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Municipal Exactions and Development Conditions

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The area of the law governing exactions and development conditions is a fascinating one that continues to evolve as courts seek to balance the need for local governments to obtain infrastructure with constitutional restraints limiting the reach of local government regulation. A solid understanding of exactions and development conditions is critical to anyone involved with land development in Nevada. This is especially true for owners and developers, as they struggle to survive on thinner margins and adapt to the new post-recession reality of the development economy. This article will provide a basic overview of the major U.S. Supreme Court and Nevada cases related to exactions and development conditions, and provide a few practical tips for both government and private-sector lawyers to keep in mind when determining whether an exaction is a valid regulation of land, or, as Justice Scalia once said, “an out-and-out plan of extortion.”
What is an Exaction or Development Condition?
In the development context, an exaction is something the local zoning authority requires a property owner to give to the community, in order to obtain approval to develop land. The “something” can be almost anything: land; a portion of the value of the land; money (a mitigation fee); or other property. There are three basic types of exactions: 1. Dedication Exaction: a physical appropriation of an owner’s property (fee title, easement, etc.), via a condition on a development application, requiring the surrender or dedication of a portion of the owner’s property. Regulatory Exaction: a non-possessory land use or other governmental regulation of the property that impacts the value of the land. These exactions are imposed legislatively, via an ordinance or code requirement, and usually apply to a class of property owners. Ad hoc or Grey Exaction: a condition imposed on a property owner on an ad hoc basis, in response to the unique challenges posed by a particular development or use. These exactions are not generally supported by a specific legislative requirement in an ordinance or code, but instead result from custom and practice.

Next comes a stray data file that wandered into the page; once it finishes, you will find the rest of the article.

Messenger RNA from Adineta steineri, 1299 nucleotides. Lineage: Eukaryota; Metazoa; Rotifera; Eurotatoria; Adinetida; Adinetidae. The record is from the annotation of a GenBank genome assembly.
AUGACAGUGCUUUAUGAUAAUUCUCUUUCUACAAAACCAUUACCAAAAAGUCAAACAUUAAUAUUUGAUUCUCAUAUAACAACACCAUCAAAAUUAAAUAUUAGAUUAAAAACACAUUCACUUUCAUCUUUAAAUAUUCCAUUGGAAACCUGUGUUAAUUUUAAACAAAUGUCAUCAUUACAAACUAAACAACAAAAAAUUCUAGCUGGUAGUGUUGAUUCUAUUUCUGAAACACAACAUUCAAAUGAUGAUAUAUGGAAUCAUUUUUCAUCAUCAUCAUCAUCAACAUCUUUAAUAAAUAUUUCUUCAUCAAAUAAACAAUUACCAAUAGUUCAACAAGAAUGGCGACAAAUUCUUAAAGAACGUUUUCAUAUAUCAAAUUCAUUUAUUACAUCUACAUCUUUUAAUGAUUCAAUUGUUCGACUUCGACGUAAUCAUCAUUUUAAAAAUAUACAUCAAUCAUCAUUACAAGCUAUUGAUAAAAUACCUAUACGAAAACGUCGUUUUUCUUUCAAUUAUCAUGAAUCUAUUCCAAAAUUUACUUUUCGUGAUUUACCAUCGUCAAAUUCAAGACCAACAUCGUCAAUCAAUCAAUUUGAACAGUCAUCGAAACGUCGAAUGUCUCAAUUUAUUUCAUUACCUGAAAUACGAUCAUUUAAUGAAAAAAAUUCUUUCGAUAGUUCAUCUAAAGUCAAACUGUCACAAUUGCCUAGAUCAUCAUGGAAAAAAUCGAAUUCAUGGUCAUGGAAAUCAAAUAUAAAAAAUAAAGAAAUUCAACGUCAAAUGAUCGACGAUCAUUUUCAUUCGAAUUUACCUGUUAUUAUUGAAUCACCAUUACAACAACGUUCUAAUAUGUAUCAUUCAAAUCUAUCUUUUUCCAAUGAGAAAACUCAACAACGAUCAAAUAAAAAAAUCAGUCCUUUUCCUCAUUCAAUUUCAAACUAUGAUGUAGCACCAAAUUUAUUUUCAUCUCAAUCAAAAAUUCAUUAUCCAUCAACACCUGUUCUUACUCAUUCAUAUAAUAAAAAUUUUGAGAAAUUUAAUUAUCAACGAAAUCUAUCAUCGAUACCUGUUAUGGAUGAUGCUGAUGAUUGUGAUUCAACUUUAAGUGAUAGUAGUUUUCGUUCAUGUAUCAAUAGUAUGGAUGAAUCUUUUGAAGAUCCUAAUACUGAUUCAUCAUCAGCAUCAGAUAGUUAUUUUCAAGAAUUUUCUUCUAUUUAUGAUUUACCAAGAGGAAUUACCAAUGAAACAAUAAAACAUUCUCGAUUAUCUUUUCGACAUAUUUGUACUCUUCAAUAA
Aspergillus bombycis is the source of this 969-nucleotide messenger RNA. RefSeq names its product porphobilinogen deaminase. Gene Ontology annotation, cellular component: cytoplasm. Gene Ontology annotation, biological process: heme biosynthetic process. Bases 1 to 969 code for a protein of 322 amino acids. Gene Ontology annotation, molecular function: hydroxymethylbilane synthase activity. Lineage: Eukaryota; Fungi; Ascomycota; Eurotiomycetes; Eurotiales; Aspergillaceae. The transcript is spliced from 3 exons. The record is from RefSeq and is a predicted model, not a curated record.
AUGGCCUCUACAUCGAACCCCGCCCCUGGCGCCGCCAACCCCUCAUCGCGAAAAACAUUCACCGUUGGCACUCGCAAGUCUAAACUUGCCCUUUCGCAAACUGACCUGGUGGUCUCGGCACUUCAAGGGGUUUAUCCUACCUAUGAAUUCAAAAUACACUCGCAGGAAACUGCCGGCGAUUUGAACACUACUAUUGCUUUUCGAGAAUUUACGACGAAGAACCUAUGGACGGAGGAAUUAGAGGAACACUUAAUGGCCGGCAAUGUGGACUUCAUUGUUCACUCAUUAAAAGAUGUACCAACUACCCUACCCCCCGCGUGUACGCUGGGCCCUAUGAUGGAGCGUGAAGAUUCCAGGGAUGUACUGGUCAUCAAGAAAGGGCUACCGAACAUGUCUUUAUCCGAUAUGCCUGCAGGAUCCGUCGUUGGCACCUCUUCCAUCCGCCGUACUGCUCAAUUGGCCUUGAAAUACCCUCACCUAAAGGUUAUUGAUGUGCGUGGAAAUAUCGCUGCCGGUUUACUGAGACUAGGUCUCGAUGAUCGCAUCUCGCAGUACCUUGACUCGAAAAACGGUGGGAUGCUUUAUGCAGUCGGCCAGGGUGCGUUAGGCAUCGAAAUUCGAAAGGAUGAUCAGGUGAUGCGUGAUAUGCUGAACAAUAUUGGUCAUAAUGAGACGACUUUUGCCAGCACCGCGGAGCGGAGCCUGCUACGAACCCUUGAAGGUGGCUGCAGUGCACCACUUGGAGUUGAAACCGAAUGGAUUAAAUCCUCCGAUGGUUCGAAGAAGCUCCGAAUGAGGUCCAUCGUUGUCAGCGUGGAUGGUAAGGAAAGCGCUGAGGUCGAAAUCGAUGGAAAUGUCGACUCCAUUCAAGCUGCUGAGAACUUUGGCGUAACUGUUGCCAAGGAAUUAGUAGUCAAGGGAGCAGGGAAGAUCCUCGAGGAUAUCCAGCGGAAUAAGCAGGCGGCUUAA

Nexus and Rough Proportionality
The Fifth Amendment of the United States Constitution provides in part that: “No person shall be … deprived of life, liberty or property, without due process of law, nor shall private property be taken for public use, without just compensation.” The Taking Clause is generally applicable in the eminent domain context, and requires just compensation. However, the due process clause generally applies in the context of land development, and allows local governments to exact property, or something of value from the property owner, without having to provide compensation, provided two tests are met: 1. “nexus” and 2. “rough proportionality” Nexus means the exaction must have a rational connection (nexus) to the burden the government seeks to avoid. The nexus requirement derives from Nollan v. California Coastal Commission, 483 U.S. 825, 107 S. Ct. 3141 (1987). In that case, the Nollans owned a small bungalow in Ventura, California, between two public beaches. The Nollans applied for the permits necessary to replace the bungalow with a modern, three-bedroom house. The California Coastal Commission conditioned the